However, it was not Russia but the USA that challenged the Russian leadership by encircling Russia with NATO. Not Russia, but the US was the first to break all existing Cold War disarmament treaties. Not Russia, but the USA supported “orange revolutions” in their distant foreign countries. Not Russia, but the USA first committed a breach of international law with wars in Yugoslavia, Iraq and Libya. Trenin thinks that Russia should have let the US have it. Here he is wrong.
What Russian threat?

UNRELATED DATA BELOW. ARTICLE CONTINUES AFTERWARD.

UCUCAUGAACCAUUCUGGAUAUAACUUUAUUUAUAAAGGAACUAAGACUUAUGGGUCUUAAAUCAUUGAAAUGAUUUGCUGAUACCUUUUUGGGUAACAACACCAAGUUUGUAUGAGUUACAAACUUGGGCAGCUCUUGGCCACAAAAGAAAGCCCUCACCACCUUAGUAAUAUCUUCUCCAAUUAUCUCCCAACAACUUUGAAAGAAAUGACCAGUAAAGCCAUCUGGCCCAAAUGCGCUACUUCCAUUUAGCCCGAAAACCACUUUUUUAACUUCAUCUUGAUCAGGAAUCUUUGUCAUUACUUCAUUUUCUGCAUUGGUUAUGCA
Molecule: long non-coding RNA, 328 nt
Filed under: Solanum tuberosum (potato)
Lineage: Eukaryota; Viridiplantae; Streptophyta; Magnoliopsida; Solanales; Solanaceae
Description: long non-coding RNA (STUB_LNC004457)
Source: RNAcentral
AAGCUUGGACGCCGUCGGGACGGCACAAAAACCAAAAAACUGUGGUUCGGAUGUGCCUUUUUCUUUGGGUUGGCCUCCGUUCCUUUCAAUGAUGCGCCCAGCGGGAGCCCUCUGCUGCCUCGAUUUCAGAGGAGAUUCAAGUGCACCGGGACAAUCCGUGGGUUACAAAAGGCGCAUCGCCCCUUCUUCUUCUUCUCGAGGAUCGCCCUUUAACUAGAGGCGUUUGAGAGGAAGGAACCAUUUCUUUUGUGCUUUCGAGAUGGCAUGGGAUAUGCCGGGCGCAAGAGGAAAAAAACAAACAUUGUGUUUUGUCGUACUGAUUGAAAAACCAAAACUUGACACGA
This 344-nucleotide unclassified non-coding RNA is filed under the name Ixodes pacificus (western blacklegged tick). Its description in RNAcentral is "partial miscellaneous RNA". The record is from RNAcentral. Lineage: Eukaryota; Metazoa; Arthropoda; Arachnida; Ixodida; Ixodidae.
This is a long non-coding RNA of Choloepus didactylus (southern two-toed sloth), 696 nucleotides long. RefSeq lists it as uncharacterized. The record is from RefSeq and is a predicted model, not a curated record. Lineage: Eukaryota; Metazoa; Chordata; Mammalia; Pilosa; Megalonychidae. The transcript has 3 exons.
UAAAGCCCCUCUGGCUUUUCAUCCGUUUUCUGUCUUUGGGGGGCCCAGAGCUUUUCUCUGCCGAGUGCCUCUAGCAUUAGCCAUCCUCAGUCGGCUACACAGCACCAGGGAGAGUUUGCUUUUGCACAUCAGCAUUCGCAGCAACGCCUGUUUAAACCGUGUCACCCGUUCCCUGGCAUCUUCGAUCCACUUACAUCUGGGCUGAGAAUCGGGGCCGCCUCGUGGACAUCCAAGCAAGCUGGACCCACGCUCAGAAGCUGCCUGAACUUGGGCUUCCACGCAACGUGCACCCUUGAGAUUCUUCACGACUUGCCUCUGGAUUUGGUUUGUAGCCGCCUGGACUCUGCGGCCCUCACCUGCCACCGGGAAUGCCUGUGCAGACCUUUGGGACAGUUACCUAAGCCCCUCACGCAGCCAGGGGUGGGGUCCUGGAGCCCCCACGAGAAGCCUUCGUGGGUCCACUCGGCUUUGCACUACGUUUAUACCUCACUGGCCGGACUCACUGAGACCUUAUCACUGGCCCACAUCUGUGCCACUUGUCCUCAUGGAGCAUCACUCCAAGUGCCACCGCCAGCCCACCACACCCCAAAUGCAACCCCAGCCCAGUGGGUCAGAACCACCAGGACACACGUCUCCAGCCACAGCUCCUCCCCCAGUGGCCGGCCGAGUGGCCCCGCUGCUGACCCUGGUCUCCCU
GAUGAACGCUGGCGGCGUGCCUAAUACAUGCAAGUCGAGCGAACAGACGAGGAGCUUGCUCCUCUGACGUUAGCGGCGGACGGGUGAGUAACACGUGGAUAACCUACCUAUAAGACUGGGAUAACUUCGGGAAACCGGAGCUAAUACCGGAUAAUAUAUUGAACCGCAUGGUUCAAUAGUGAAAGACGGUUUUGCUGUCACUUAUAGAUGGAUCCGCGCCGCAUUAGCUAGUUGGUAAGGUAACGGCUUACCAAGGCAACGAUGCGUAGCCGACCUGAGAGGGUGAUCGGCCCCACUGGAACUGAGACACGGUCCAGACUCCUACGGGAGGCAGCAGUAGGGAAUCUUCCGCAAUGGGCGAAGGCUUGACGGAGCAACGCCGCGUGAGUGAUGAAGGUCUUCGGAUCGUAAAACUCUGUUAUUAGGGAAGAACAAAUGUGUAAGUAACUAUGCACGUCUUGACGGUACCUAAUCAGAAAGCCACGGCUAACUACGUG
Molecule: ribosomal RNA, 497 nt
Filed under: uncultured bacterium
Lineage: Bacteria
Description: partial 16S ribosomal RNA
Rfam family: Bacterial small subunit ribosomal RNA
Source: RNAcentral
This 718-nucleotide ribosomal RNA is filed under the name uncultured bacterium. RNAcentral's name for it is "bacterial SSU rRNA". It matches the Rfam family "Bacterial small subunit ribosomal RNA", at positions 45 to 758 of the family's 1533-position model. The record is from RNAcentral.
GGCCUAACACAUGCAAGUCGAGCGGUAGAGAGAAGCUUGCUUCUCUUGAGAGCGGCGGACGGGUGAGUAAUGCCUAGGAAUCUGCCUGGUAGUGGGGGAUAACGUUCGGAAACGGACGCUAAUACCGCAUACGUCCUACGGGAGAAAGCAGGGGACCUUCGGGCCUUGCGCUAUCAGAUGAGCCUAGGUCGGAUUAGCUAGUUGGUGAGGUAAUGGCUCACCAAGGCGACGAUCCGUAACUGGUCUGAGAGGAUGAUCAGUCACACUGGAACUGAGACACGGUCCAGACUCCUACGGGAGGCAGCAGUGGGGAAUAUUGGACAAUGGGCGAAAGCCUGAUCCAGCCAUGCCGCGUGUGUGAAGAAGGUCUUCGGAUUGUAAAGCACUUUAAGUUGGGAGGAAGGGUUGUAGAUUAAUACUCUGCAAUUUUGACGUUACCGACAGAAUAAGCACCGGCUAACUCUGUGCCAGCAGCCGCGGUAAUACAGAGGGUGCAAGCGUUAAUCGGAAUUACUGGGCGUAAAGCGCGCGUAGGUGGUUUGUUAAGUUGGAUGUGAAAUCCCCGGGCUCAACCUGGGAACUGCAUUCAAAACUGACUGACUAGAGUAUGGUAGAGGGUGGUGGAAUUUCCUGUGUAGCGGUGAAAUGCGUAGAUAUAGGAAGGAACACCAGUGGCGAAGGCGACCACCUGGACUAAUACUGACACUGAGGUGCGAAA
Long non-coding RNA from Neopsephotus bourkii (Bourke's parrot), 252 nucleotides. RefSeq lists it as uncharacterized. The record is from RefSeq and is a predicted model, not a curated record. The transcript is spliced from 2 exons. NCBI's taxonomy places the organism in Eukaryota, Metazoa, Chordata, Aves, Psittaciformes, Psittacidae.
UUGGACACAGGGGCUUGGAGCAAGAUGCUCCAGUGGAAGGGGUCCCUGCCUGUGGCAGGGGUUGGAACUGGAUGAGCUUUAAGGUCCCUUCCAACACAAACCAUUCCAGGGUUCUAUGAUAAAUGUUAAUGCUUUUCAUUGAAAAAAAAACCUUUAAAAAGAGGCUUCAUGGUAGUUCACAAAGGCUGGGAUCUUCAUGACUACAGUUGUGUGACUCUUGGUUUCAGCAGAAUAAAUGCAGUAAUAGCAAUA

Where does Russia threaten the security interests of the West today? In cyberspace? Thirty years ago Russia surrendered a quarter of its empire’s territory without losing a war. Moscow has lost two thirds of its former population, including many ethnic Russians. Moscow has given the economically highly developed republics such as Belarus, Ukraine and the Baltic States independence. Russia has shifted its military force back a thousand kilometers to the east. Western elites should use their logical mind when speaking of a Russian threat. Or are the real dangers for the West from the authoritarian developments in Russia, as US and European politicians like to claim? Trenin is right, however, in his criticism of the current Russian elite. The political scientist regrets that they are less interested in the national interests of their country than in their own self-enrichment. Like most observers in the West, Trenin believes that Putin cannot build his power base on just a few loyal courtiers in the long term. In the past thirty years after communism, a mature bourgeoisie emerged in Russia for the first time in its history and stood up for its basic rights. At the same time, Trenin, who lives in Moscow, must not forget: the majority of Russians continue to support Putin, for them the highest state power is sacrosanct, any criticism or sanctions by the West are perceived by the Russians as an attack on their country and trigger corresponding anti-Western reactions out. Most Russians have even come to terms with corruption; this exists just as above in society as it does below. The West is wrong in believing that Navalny could organize a youth uprising against Putin. Trenin is unable to give the reader a perspective for the future of Russian development. Maybe he doesn’t want to sound too pessimistic.